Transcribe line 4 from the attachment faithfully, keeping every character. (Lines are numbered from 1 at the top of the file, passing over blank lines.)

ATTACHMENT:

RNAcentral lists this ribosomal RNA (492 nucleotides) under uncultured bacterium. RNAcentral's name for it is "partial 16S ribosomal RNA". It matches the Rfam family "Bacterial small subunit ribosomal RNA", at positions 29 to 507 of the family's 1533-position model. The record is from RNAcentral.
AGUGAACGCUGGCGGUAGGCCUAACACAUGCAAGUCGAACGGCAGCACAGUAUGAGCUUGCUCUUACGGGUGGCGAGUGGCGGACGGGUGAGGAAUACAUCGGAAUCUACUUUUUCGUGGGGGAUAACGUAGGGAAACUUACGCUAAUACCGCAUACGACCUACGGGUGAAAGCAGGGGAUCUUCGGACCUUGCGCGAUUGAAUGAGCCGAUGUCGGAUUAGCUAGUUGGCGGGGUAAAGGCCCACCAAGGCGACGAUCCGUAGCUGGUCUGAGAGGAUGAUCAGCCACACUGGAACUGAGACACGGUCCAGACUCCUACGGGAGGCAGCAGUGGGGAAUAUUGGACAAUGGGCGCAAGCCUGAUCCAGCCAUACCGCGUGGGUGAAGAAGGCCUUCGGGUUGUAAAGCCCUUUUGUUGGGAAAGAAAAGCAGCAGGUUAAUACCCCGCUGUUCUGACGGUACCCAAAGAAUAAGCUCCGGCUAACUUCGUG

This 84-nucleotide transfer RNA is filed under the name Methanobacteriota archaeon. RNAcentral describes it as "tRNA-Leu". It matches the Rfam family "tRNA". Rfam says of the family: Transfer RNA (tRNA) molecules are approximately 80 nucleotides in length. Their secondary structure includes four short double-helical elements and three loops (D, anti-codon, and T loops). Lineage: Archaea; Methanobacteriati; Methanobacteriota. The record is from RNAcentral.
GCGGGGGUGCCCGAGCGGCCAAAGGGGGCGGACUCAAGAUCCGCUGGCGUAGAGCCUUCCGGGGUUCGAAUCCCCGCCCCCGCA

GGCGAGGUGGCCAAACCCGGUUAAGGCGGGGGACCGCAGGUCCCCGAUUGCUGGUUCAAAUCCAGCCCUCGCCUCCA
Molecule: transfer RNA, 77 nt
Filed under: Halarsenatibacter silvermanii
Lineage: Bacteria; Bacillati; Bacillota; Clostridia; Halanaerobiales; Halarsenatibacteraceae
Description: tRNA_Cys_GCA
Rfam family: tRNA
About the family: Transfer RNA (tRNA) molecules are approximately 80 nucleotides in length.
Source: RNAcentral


GCGGGGGUGCCCGAGCGGCCAAAGGGGGCGGACUCAAGAUCCGCUGGCGUAGAGCCUUCCGGGGUUCGAAUCCCCGCCCCCGCA